If Congress and President Trump decide not to fund Obamacare-related payments to health insurers, the federal government’s cost could increase by $2.3 billion in 2018, a study released Tuesday by the Kaiser Family Foundation says.
The payments help low-income people who are enrolled in the healthcare law cover out-of-pocket health care expenses. These payments amount to $7 billion for the current fiscal year, according to a Congressional Budget Office estimate. The Kaiser Family Foundation’s analysis found that while eliminating the payments would save $10 billion in 2018, the government would have to spend $12.3 billion to help deal with higher premiums.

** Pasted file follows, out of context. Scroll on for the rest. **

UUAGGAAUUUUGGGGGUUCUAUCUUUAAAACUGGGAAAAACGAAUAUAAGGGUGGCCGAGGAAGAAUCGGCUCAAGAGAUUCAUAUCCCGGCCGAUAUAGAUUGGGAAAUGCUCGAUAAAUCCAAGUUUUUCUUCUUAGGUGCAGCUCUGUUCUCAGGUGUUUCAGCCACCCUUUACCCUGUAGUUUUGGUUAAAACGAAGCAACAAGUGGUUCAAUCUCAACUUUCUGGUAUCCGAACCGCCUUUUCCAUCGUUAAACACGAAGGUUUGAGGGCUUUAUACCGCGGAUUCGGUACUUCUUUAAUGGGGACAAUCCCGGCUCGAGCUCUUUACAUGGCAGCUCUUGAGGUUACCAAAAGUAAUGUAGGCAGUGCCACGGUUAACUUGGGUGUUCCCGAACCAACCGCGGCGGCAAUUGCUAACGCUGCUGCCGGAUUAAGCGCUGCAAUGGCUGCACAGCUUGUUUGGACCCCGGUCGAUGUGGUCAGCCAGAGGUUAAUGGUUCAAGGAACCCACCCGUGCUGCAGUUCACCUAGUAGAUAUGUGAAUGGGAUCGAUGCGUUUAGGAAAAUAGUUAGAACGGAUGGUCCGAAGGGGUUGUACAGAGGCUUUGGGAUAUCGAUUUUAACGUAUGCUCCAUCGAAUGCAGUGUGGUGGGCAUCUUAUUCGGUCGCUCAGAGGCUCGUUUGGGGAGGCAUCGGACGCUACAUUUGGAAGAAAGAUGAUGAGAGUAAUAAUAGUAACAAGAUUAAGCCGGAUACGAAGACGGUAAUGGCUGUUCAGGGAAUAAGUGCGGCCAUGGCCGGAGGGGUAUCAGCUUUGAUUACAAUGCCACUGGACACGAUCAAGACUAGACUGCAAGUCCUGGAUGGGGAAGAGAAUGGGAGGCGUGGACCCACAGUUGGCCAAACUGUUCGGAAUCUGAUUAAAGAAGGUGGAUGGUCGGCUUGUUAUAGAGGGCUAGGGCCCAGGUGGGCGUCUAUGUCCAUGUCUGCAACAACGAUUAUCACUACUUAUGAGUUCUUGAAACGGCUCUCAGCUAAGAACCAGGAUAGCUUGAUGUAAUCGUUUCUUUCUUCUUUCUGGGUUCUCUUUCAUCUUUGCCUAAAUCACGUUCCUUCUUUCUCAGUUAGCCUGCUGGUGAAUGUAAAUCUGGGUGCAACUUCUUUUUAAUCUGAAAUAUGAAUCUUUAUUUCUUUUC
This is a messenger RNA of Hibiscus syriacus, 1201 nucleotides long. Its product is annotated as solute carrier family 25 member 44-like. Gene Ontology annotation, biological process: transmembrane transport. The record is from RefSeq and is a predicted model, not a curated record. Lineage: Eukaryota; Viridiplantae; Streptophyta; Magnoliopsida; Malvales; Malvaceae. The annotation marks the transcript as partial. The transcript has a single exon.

Mr. Trump has threatened to deny payments to health insurers under Obamacare, and Democrats have insisted they must be included in the spending legislation. This still appears to remain a sticking point in negotiations for a governmentwide spending bill while the White House has dropped its demand for funding for the wall along the U.S.-Mexico border.
On Monday, aides said that talks over the spending package were ongoing and one Democratic congressional aide said negotiators worked through the weekend, but there were no major breakthroughs. Appropriators have not yet released bill text and it’s unclear when that will happen.
Democrats have significant leverage in the talks because Republicans need 60 votes to advance the legislation in the Senate, which currently has 52 Republicans and 48 Democrats.
Lawmakers have until Friday night to pass a new spending package or the government will shut down on Saturday.